All things considered — upgrade sequence and preaparation guidelines

  • 22 October 2019
  • 2 replies

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Let’s face it, upgrades are daunting, and confusing, and frequent, and unavoidable, and, well, painful. Aiming to help with the preparation process and alleviate at least some of the worries Nutanix put together Acropolis upgrade (Upgrading AOS, Prism Central, Hypervisors, and Related Software Through The Web Console).

Recommended Upgrade Order:

  1. Prism Central (PC): Upgrade and run NCC on Prism Central.
  2. PC: Upgrade Prism Central.
  3. PC: Run NCC.
  4. Prism Element clusters (PE): Upgrade and run NCC.
  5. PE: Upgrade Foundation.
  6. PE: Run and upgrade Life Cycle Manager (LCM):
    • Perform an LCM inventory (also updates LCM framework). Do not upgrade any other software component except LCM in this step.
  7. PE: Upgrade AOS.
  8. PE: Run and upgrade Life Cycle Manager (LCM):
    • Perform an LCM inventory (also updates LCM framework).
    • Upgrade SATA DOM firmware (for hardware using SATA DOMs) as recommended by LCM.
    • Upgrade all other firmware as recommended by LCM (BIOS / BMC / other).
  9. PE: Upgrade AHV for AHV clusters.
  10. PE: Upgrade cluster hypervisor hosts other than AHV.
  11. PE: Run NCC.


Figure. Nutanix Upgrade Order 1 of 2: Prism Central and Prism Element Clusters


Figure. Nutanix Upgrade Order 2 of 2: Hypervisor Hosts


Nutanix recommends that you perform installation and upgrades during your scheduled maintenance window or outside your normal business hours. You can upgrade during these times, but your users might experience some latency during the upgrade process. This latency might be noticeable for clusters that use only 1GbE network uplinks due to the limited bandwidth available for this configuration.

Guest VMs might live migrate between hosts depending on the upgrade being performed with little to no impact to their services. Users can access to their VMs and be able to work as normal during the upgrade.

You might need to power down or adjust settings before upgrading for VMs that cannot live migrate, such as those with vGPUs or Affinity Rules. Typically this recommendation applies for any upgrade that requires a host reboot (like hypervisor upgrades). If you do not do this, an upgrade operation might stall when evacuating guest VMs.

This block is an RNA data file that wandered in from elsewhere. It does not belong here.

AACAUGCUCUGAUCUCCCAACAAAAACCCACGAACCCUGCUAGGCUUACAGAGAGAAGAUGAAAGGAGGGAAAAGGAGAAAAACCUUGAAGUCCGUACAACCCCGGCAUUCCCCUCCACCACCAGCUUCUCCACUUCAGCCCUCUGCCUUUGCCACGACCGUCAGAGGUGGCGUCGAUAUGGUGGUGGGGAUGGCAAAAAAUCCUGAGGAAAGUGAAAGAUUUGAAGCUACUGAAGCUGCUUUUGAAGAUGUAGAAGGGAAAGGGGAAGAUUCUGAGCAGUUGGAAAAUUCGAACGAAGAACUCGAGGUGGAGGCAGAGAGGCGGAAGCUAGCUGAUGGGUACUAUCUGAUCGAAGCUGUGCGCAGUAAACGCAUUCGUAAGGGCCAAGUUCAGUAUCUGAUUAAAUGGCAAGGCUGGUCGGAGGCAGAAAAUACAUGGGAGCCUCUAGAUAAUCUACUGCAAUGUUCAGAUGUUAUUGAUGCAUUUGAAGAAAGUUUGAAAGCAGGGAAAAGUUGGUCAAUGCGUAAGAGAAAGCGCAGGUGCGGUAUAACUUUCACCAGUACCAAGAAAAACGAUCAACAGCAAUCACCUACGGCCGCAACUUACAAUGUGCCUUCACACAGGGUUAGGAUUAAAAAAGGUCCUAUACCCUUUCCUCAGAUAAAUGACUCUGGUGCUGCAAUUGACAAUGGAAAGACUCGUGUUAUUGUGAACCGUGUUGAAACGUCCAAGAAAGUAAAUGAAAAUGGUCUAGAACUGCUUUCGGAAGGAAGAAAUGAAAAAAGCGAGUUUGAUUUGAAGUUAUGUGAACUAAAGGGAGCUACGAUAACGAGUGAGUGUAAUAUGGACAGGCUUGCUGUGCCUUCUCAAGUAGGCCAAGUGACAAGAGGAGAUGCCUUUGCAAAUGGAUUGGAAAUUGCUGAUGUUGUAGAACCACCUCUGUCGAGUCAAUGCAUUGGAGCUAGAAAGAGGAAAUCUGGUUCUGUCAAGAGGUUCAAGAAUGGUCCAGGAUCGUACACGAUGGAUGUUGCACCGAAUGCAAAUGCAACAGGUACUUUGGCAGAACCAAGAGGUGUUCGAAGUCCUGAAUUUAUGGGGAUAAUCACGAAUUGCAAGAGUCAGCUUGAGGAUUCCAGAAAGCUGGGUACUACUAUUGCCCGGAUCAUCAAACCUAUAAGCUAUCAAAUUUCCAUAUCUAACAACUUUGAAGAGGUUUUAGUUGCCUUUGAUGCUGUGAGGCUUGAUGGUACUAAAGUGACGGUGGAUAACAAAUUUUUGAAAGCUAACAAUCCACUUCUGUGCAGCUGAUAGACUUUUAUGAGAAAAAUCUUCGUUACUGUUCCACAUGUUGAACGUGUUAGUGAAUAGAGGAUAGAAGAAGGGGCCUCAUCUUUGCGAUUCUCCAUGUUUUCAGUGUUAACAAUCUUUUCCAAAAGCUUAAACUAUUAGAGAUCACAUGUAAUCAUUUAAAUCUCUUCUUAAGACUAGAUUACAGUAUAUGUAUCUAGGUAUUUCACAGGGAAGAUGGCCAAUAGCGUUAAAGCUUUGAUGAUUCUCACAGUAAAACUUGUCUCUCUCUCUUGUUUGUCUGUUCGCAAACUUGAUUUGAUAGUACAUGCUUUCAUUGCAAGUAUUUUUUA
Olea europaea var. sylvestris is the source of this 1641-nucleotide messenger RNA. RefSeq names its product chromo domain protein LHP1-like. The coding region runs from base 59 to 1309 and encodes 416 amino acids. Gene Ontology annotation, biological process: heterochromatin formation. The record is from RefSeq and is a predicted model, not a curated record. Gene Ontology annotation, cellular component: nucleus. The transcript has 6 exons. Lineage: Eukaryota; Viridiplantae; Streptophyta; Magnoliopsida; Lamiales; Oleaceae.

:exclamation: Be sure to read Before You Begin, Upgrade Checklist as well as Reference and Resources (lists all compatibility matrices’ URLs) sections of the guide as a starting point.

May the Force be with you!:fingers_crossed:


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2 replies

When does Nutanix recommend upgrading software? When is is available for download from the support downloads page or when it is in the 1-click? Like officially recommend. Like if it was a test question. :wink:

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Hi @Rob Thomas 

That is an excellent question, thank you. To the best of my knowledge, the answer in the format you seek does not exist. I will attempt to explain why it is so the best I can.

There is more than one way to set up the environment. Some environments have no interest in high availability (not only within the cluster but on the environment/site scale), some have considered failure scenarios minorly or moderately and accounted for them, some have a very low tolerance for failure where a 6 seconds outage is already outside of the acceptable zone. There are sites that have mirrored setups in two vendors in parallel so that if/when there is a bug in the software of either of the vendors there is an option to isolate the issue and switch over to the other vendor while searching or waiting for the solution.

Hence there are LTS and STS releases. First are more stable, more conservative, have a longer life cycle, less frequent updates. The latter are more frequent, more explorative.

So in overall, there are two main factors, I think, to consider: one being the tolerance to maintenance windows and the other – let’s call it hunger for new features as I can’t find a better word for it right now. Those two things can vary from site to site within the same company drastically so that is not necessarily even the company policy.

In regards to using 1-click availability, that is not a very reliable marker to use. Whenever an issue is found with a component or a feature the 1-click option is disabled for that item.

I would say, to stay on the safer side (assuming that’s the goal), and that is not only with Nutanix but with any vendor in my experience, give it at least a month before rolling it out. To be extra safe roll it out in the test/dev site if you have one and let it run for a few weeks before you make the call.